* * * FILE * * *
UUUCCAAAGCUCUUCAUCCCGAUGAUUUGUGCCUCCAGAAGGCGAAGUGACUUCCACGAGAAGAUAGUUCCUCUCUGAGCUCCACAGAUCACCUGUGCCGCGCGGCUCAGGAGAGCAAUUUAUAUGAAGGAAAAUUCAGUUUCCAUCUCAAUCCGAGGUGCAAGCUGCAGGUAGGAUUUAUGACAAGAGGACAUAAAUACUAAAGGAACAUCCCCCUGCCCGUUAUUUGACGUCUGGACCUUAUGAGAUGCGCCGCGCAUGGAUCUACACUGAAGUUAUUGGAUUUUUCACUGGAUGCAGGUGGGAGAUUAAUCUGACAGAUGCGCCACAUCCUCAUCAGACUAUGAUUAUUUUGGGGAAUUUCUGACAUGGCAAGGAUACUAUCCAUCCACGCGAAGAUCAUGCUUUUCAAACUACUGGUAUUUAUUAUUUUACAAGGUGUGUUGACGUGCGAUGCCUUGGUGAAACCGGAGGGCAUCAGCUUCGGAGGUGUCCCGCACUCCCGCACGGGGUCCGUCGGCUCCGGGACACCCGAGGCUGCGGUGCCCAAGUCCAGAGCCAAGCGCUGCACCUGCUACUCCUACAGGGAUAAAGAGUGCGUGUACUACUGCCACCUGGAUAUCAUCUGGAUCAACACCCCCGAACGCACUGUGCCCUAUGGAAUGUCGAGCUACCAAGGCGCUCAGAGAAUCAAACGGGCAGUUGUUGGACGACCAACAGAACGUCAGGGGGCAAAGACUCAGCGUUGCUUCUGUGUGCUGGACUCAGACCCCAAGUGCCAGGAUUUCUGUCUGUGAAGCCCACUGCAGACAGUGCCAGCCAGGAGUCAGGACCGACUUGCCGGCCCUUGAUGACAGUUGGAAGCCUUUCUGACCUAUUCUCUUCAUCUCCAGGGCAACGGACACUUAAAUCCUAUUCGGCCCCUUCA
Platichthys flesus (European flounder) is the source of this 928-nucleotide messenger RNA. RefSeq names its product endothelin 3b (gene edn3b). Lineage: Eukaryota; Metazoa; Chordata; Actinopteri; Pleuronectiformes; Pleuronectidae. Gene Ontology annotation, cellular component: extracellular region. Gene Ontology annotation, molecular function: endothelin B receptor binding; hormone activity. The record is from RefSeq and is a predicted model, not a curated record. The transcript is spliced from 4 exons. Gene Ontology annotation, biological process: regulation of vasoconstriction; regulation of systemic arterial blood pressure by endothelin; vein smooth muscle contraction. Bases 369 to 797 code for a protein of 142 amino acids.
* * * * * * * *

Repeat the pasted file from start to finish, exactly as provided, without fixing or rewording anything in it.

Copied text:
UUUCCAAAGCUCUUCAUCCCGAUGAUUUGUGCCUCCAGAAGGCGAAGUGACUUCCACGAGAAGAUAGUUCCUCUCUGAGCUCCACAGAUCACCUGUGCCGCGCGGCUCAGGAGAGCAAUUUAUAUGAAGGAAAAUUCAGUUUCCAUCUCAAUCCGAGGUGCAAGCUGCAGGUAGGAUUUAUGACAAGAGGACAUAAAUACUAAAGGAACAUCCCCCUGCCCGUUAUUUGACGUCUGGACCUUAUGAGAUGCGCCGCGCAUGGAUCUACACUGAAGUUAUUGGAUUUUUCACUGGAUGCAGGUGGGAGAUUAAUCUGACAGAUGCGCCACAUCCUCAUCAGACUAUGAUUAUUUUGGGGAAUUUCUGACAUGGCAAGGAUACUAUCCAUCCACGCGAAGAUCAUGCUUUUCAAACUACUGGUAUUUAUUAUUUUACAAGGUGUGUUGACGUGCGAUGCCUUGGUGAAACCGGAGGGCAUCAGCUUCGGAGGUGUCCCGCACUCCCGCACGGGGUCCGUCGGCUCCGGGACACCCGAGGCUGCGGUGCCCAAGUCCAGAGCCAAGCGCUGCACCUGCUACUCCUACAGGGAUAAAGAGUGCGUGUACUACUGCCACCUGGAUAUCAUCUGGAUCAACACCCCCGAACGCACUGUGCCCUAUGGAAUGUCGAGCUACCAAGGCGCUCAGAGAAUCAAACGGGCAGUUGUUGGACGACCAACAGAACGUCAGGGGGCAAAGACUCAGCGUUGCUUCUGUGUGCUGGACUCAGACCCCAAGUGCCAGGAUUUCUGUCUGUGAAGCCCACUGCAGACAGUGCCAGCCAGGAGUCAGGACCGACUUGCCGGCCCUUGAUGACAGUUGGAAGCCUUUCUGACCUAUUCUCUUCAUCUCCAGGGCAACGGACACUUAAAUCCUAUUCGGCCCCUUCA
Platichthys flesus (European flounder) is the source of this 928-nucleotide messenger RNA. RefSeq names its product endothelin 3b (gene edn3b). Lineage: Eukaryota; Metazoa; Chordata; Actinopteri; Pleuronectiformes; Pleuronectidae. Gene Ontology annotation, cellular component: extracellular region. Gene Ontology annotation, molecular function: endothelin B receptor binding; hormone activity. The record is from RefSeq and is a predicted model, not a curated record. The transcript is spliced from 4 exons. Gene Ontology annotation, biological process: regulation of vasoconstriction; regulation of systemic arterial blood pressure by endothelin; vein smooth muscle contraction. Bases 369 to 797 code for a protein of 142 amino acids.